flags from several countries including the USA, Germany and Italy
By: Katherine On: December 7, 2016 In: Citizenship, Immigration Comments: 31
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Dual citizenship is a confusing issue, and the United States’ stance on being a US citizen and a citizen of another country can be pretty complex.

Dual citizenship is allowed in the United States, but only under certain circumstances. There are many things to consider before you seek citizenship in another country besides the one you were born in.

What Is Dual Citizenship?

Your citizenship is often determined by where you were born — if you were born in the United States, you are more than likely a US citizen.

Of course, it’s not always that simple.

Your citizenship also depends on the citizenship of your parents or other family members. Many people gain dual citizenship at their birth through their parents.

Say that a US couple has a baby while in Canada. The child born abroad is a Canadian citizen due to the place of birth, but the child also gains US citizenship because the parents are US citizens who fulfilled residency requirements.

Parents’ citizenship is almost always taken into consideration, as are the citizenship laws of the country the child is born in. Keep in mind that not all countries give automatic citizenship to a child born within their borders.

It used to be common to gain dual citizenship through marriage — but this is increasingly uncommon today, as countries around the world have regulated processes that often require applications, fees and translations of personal documents for immigration. Obtaining residency in a country through marriage is still common, but it is no longer automatic and often can’t result in dual citizenship.

Naturalization is the most common way to gain citizenship in a different country than the one where you were born. While many countries allow naturalization, they may also require that candidates for naturalization renounce their previous citizenship.

Dual Citizenship in the United States

Dual citizenship had previously been banned in the United States, but in 1967 the US Supreme Court struck down most laws forbidding dual citizenship.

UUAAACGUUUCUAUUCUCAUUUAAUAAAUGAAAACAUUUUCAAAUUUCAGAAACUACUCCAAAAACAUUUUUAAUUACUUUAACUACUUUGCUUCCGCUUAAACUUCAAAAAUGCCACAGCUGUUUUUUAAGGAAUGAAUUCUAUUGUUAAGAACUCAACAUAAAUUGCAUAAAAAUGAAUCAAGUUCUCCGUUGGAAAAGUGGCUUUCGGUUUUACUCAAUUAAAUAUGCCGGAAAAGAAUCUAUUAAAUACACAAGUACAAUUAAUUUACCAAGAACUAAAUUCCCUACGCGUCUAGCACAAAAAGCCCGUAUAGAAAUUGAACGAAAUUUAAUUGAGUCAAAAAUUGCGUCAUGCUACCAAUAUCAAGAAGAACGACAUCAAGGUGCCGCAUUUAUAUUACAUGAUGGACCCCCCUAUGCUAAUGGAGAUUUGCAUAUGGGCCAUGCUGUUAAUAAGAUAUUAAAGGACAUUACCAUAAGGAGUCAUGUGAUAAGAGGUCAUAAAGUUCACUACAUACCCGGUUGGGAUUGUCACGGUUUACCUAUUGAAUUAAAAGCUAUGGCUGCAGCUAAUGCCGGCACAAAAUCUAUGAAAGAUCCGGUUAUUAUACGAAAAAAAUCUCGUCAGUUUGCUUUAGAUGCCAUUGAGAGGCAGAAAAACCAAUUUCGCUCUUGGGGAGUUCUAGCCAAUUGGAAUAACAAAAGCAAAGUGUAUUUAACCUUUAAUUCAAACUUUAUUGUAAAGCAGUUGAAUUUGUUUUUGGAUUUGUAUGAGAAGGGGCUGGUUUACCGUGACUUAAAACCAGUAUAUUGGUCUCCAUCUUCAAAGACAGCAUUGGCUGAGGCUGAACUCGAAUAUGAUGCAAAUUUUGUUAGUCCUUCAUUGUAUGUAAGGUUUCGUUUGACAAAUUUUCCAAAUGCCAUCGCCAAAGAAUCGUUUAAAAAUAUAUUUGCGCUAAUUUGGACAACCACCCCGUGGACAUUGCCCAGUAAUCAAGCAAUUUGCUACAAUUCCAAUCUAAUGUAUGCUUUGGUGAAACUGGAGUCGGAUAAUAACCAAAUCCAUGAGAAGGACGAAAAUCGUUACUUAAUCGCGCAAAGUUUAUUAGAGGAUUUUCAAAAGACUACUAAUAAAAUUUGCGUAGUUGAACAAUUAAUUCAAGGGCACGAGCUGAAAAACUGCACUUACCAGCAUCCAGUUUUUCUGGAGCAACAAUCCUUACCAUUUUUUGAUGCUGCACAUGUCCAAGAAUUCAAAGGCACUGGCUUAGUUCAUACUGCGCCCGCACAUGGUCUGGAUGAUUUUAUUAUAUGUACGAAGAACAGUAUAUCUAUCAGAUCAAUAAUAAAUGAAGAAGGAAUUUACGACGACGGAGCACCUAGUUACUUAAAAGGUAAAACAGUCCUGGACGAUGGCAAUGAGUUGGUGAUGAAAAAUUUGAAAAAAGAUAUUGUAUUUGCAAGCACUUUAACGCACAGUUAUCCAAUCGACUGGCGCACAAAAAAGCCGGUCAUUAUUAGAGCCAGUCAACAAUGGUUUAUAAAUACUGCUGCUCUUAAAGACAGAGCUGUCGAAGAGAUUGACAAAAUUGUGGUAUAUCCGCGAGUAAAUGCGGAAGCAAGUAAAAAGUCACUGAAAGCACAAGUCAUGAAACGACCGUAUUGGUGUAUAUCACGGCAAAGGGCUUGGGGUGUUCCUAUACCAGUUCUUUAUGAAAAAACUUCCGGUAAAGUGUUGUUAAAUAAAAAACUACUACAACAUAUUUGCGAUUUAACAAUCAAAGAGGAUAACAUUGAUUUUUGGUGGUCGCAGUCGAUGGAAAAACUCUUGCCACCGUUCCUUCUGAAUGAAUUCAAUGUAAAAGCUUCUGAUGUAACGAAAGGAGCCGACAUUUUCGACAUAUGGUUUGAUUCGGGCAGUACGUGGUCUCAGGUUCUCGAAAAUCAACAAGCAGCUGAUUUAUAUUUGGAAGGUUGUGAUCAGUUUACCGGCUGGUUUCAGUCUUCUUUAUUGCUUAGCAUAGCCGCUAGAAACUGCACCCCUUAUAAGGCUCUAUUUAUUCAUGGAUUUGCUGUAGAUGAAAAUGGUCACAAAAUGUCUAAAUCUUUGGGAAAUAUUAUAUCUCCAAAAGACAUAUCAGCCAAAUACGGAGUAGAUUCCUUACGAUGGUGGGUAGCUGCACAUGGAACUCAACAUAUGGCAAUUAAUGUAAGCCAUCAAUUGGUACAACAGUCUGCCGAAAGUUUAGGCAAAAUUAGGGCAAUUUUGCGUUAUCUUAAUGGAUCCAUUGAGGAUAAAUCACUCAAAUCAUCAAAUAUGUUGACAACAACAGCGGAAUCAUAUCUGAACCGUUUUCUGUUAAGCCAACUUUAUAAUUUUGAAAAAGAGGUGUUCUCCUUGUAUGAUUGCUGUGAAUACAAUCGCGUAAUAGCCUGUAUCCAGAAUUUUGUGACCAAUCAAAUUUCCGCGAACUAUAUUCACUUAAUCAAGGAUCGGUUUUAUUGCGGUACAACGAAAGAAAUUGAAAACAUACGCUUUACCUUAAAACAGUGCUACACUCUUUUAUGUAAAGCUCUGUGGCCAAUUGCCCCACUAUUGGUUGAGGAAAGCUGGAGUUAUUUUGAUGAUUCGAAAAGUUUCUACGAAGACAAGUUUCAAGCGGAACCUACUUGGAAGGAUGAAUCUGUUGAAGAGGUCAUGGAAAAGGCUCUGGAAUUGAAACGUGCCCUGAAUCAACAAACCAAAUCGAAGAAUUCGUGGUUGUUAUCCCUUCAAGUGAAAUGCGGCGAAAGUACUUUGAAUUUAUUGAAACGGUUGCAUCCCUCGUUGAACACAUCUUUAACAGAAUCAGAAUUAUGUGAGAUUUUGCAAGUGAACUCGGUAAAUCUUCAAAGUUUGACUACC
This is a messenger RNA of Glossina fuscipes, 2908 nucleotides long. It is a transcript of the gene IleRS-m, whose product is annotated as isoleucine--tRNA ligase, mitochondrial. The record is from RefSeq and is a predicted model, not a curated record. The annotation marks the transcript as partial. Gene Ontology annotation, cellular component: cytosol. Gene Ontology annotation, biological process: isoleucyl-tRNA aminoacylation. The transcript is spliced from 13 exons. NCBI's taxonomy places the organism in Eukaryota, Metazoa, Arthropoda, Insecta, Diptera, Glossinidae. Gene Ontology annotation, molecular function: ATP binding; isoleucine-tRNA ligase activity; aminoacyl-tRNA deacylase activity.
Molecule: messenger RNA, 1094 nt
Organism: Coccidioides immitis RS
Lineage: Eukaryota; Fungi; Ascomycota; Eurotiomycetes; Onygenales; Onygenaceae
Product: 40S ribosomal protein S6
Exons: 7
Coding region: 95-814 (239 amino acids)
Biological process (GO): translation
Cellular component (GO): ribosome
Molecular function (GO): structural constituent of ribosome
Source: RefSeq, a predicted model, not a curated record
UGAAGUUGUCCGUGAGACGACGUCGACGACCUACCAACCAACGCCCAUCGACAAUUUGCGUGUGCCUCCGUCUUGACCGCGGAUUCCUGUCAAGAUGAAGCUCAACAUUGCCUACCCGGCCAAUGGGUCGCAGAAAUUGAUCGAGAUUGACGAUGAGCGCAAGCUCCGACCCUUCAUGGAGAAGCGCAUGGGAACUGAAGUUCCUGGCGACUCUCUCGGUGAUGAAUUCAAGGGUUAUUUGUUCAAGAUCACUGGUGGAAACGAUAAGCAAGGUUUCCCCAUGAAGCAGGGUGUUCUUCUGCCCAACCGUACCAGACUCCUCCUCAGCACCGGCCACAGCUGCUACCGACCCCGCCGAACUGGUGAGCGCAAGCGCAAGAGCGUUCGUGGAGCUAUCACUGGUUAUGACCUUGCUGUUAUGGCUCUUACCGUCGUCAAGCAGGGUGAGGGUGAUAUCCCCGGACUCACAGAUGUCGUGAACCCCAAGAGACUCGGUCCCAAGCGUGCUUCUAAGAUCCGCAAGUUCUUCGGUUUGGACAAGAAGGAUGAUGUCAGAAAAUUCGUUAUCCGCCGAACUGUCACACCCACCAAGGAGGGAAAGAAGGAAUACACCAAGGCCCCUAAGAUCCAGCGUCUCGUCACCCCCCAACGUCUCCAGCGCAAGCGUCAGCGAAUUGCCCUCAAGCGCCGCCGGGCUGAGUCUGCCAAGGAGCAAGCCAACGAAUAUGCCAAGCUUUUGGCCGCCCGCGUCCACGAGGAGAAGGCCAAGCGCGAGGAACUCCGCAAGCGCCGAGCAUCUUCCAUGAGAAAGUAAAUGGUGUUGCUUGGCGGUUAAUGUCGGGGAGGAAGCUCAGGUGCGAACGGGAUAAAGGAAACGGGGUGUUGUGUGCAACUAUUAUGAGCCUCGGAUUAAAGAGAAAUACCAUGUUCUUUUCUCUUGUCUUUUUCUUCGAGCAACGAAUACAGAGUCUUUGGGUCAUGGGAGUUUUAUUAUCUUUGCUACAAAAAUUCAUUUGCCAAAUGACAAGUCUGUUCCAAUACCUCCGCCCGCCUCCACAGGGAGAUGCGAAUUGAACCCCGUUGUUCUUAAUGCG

However, the US government remained disdainful of dual citizenship for some time. To this day, candidates for US citizenship through naturalization are forced to (at least hypothetically) renounce their previous citizenship at the United States naturalization ceremony.

The renouncing of one’s previous citizenship is part of the oath that new US citizens must take, and failing to honor that oath could result in the loss of citizenship in the United States.

Some cases that have been brought before the Department of State in the past involve people who became naturalized US citizens but maintained a residency and life in their country of previous citizenship.

While most countries recognize the Oath of Allegiance in the United States to be a binding contract regarding one’s citizenship, other countries have stated that the oath has no effect on their own citizenship laws. The US government used to aggressively pursue these cases to get the dual citizens to renounce their citizenship, but this is no longer the case.

Additionally, young children who naturalize in the United States along with their parents didn’t take the Oath of Allegiance — even though their parents did — and can technically still hold on to their previous citizenship.

People who have held dual citizenship since birth or childhood — or who became citizens of another country after becoming a US citizen and were not asked to renounce their previous citizenship — can remain dual citizens in the United States.

If you’re applying for US citizenship and require certified translations of your personal documents, contact Legal Language today.

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    • Christina
    • July 06, 2017
    • Reply

    I was born in the UK. and am a naturalized US citizen. Father American. Mother British. Do I have dual citizenship? Must I apply for it?

      • Peter O
      • September 21, 2017
      • Reply

      Something much the same is my case. I was born in the U.S. been a U.S. citizen all my life but my Mother was born and raised in the U.K. I registered as a U.K. citizen to assist with the ability to work in the U.K. You need not “naturalize” per say in the U.K. you should simply register as a U.K. citizen and retain your U.S. citizenship.

    • Jorgen Nielsen
    • July 08, 2017
    • Reply


    I am a US citizen, born in California, my wife is a US Permanent Resident from Denmark. Our daughter was born in Denmark and when I applied to the US Embassy I was told that she could not be given a Permanent Residency status but must be given status as a US Citizen Born Overseas.

    Denmark gave our daughter Danish citizenship so she holds citizenship and passports for both countries.